Q: There never seems to be enough counter space or lighting in my closed-off kitchen. Family meals have become a colossal test. We struggle to fit everyone while keeping sharp utensils out of harm’s way and avoiding spilling hot dishes. I’m considering opening up the space but don’t know where to begin. What should I keep in mind if I want to create an open floor plan in my home?

A: We’re all spending more time at home these days. Along with that, many homeowners are realizing some of these same kitchen layout deficiencies. Preparing a meal is more than a chore — and often hazardous.

An open layout can be a great way to improve lighting and integrate other rooms with the most important space in the home — your kitchen. It’s no surprise that opening up a floor plan has been a common remodeling inquiry for the last few years.

This type of remodel is, in most cases, a great idea, but it’s not always as easy as they make it seem on TV. The price of removing a wall, even a non-load-bearing one, will increase the overall cost of your remodel, so make sure you have a compelling reason for it. To determine if a wall removal is the right fit for you and your home, it’s helpful to jot down a list of benefits that this change will bring. Here are some examples:

  • Increase space to add an island
  • Increase space to add more appliances or storage
  • Improve traffic flow in the space
  • Improve workspace for meal prep or clean up
  • Integrate adjacent space, such as a living or dining room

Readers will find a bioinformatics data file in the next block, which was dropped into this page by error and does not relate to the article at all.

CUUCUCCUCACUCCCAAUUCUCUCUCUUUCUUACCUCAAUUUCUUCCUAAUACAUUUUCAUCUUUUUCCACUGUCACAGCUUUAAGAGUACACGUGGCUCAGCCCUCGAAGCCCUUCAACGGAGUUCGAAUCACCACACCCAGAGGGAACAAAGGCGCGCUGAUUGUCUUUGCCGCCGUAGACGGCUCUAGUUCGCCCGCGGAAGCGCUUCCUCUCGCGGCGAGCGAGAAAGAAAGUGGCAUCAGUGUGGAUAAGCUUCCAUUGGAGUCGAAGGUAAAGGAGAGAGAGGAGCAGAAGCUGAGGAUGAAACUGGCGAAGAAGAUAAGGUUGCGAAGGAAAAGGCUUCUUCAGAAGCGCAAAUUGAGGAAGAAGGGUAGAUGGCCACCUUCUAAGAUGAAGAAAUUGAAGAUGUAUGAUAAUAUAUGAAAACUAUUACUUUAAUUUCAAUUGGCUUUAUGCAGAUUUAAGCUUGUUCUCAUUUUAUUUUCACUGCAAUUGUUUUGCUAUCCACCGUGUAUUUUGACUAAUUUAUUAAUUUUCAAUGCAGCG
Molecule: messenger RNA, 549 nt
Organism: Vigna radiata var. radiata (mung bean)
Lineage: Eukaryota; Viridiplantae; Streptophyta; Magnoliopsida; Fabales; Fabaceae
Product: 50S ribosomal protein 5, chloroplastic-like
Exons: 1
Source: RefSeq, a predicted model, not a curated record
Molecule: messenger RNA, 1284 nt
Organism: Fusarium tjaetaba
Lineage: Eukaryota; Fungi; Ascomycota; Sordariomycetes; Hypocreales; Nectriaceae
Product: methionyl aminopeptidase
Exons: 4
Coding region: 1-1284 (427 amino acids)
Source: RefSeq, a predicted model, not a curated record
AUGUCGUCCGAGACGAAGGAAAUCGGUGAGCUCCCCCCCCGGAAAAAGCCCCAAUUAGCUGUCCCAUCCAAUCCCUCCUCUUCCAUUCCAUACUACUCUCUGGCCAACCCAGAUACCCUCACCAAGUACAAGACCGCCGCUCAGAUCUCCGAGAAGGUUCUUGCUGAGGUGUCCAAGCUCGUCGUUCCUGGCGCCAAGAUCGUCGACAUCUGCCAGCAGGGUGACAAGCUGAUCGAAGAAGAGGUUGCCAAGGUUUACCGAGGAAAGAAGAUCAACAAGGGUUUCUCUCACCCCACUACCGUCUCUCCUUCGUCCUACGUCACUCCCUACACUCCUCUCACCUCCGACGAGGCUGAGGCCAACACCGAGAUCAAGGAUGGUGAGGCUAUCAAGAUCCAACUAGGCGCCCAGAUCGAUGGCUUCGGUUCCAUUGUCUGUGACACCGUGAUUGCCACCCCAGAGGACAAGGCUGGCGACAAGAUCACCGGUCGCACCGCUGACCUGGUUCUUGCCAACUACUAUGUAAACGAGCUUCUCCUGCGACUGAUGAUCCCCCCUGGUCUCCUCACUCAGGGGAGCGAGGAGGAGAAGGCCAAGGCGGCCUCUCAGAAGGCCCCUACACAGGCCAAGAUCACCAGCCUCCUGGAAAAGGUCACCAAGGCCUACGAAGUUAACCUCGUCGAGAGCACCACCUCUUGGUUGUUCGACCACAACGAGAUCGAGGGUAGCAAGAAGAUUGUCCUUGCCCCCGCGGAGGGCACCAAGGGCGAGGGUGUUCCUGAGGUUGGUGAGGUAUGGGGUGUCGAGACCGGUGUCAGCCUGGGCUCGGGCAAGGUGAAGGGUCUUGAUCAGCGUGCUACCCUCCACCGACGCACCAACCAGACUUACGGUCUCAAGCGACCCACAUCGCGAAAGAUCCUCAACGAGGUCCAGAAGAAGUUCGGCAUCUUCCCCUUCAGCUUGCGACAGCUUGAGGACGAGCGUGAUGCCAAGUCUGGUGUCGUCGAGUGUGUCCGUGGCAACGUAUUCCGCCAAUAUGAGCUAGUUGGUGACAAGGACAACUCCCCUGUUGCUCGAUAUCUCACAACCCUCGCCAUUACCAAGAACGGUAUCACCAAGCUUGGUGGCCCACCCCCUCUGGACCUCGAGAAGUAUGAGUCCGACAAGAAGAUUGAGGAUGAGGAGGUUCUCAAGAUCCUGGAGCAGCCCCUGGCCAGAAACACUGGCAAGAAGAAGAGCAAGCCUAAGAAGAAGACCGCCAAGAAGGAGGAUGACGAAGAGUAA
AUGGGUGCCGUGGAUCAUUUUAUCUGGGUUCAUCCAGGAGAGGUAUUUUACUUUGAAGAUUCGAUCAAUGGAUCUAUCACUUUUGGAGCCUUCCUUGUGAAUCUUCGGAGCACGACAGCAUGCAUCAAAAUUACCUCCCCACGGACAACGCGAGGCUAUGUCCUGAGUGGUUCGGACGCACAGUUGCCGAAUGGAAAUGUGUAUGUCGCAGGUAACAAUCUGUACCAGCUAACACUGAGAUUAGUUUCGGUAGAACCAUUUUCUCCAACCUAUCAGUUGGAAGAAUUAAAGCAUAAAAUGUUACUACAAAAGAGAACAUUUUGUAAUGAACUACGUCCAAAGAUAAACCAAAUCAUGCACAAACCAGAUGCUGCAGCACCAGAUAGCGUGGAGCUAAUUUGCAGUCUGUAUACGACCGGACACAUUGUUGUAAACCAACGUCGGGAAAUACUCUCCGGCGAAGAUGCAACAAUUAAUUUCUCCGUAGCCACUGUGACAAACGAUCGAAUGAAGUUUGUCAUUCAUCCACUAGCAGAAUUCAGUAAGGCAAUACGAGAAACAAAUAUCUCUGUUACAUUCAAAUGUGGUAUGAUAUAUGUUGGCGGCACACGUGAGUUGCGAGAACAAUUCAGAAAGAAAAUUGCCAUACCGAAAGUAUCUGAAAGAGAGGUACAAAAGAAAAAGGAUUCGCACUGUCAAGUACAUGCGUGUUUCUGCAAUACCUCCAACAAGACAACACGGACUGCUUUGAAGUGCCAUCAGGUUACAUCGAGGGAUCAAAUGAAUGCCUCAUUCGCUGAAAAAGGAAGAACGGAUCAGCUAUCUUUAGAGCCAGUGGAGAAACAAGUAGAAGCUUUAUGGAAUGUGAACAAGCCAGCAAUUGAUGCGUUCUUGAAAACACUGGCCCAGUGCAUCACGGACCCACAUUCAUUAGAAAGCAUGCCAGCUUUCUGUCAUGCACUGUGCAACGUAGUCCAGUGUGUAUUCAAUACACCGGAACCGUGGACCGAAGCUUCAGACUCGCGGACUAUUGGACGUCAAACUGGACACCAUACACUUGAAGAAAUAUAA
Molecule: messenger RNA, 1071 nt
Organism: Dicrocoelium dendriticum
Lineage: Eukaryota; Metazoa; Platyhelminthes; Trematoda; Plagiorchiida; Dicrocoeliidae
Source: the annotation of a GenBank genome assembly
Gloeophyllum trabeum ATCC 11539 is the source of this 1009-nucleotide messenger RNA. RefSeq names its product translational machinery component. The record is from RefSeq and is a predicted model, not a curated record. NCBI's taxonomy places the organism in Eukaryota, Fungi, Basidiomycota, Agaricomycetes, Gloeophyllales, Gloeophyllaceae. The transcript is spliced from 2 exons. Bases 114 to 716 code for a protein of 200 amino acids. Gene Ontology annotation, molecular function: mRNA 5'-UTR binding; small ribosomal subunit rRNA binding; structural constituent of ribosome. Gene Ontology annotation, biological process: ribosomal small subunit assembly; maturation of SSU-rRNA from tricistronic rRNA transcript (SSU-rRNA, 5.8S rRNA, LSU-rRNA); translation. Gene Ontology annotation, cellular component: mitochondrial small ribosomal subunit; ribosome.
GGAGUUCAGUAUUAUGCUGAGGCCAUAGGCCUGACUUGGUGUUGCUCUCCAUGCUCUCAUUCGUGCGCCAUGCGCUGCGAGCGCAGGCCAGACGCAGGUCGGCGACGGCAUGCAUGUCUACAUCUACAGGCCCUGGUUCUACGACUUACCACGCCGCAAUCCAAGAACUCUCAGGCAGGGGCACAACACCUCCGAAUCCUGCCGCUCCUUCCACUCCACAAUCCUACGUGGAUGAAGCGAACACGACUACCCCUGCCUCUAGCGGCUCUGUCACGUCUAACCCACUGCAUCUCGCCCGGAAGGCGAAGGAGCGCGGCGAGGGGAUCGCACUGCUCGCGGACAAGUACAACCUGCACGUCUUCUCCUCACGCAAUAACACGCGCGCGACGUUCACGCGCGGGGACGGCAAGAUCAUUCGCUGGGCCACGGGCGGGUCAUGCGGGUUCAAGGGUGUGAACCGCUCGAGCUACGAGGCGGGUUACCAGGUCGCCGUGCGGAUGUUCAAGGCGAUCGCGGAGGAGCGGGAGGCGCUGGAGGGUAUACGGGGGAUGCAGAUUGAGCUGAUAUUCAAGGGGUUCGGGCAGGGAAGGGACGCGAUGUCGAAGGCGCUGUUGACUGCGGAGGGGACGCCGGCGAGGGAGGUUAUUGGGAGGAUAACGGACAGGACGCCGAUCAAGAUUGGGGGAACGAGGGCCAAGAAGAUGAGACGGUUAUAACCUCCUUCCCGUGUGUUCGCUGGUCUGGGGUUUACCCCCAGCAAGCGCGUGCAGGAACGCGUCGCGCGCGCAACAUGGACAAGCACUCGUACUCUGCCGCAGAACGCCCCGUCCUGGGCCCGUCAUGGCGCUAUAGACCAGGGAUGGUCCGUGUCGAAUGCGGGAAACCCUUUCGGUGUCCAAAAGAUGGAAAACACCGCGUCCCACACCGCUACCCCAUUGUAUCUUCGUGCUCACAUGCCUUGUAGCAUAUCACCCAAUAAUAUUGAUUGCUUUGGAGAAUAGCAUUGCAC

• Bring more light into the space.

Once you’ve identified the benefits, start thinking about how the removal of a wall will impact your remodel’s scope and budget.

With the help of your general contractor, determine if the wall in question is load-bearing. Doing so will help define necessary pre-construction steps, such as plan development, engineering and permits, and sharpen the focus of the work to be done. If the load-bearing wall is located on a second floor, there will likely be some renovation required on the floor below to properly transfer new load points to a footing at ground level.

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Next, determine what is currently inside that wall. Electrical? Plumbing? HVAC? The more involved the utility rework, the greater the impact to the project’s cost and timeline. The work will likely affect the flooring, drywall and paint on both sides of the removed wall. This impact can drive the scope of work into other rooms if there isn’t a natural break.

Bathroom renovations are among the projects that provide homeowners the best return on investment. Do side-by-side comparisons between various contracting firms and big-box stores to determine which option works best for you. (Washington Post photo by Jabin Botsford)
What you can do now to plan for a home renovation later

As you can see, there’s a lot to consider when removing a wall. You could be looking at as much as a 60% increase to the overall remodel cost with a load-bearing wall removal. This can potentially jump the price beyond one’s budget or a reasonable return on investment value. Fortunately, there are cost-effective solutions to open up your space without going into a full-scale wall removal. Alternatives could include:

  • Integrating intermediate support posts under existing beams to open short sections of walls, still bringing two rooms together.
  • Adding alternative light sources, such as enlarging a window, adding a solar tube skylight or installing better light fixtures.
  • Looking for ways to improve your cabinet layout within the existing floor plan. Modern cabinets offer better storage solutions, which in turn free up valuable counter space.

Whether the walls come out or not, 3D renderings can show what is possible within your kitchen. Visualizing all your options and understanding cost implications is key when deciding to eliminate a wall.

 

Joe Reed is director of sales and marketing at Home Run Solutions, a member of the Master Builders Association of King and Snohomish Counties (MBAKS). If you have a home improvement, remodeling or residential homebuilding question you’d like answered by one of MBAKS’s more than 2,700 members, write to homework@mbaks.com.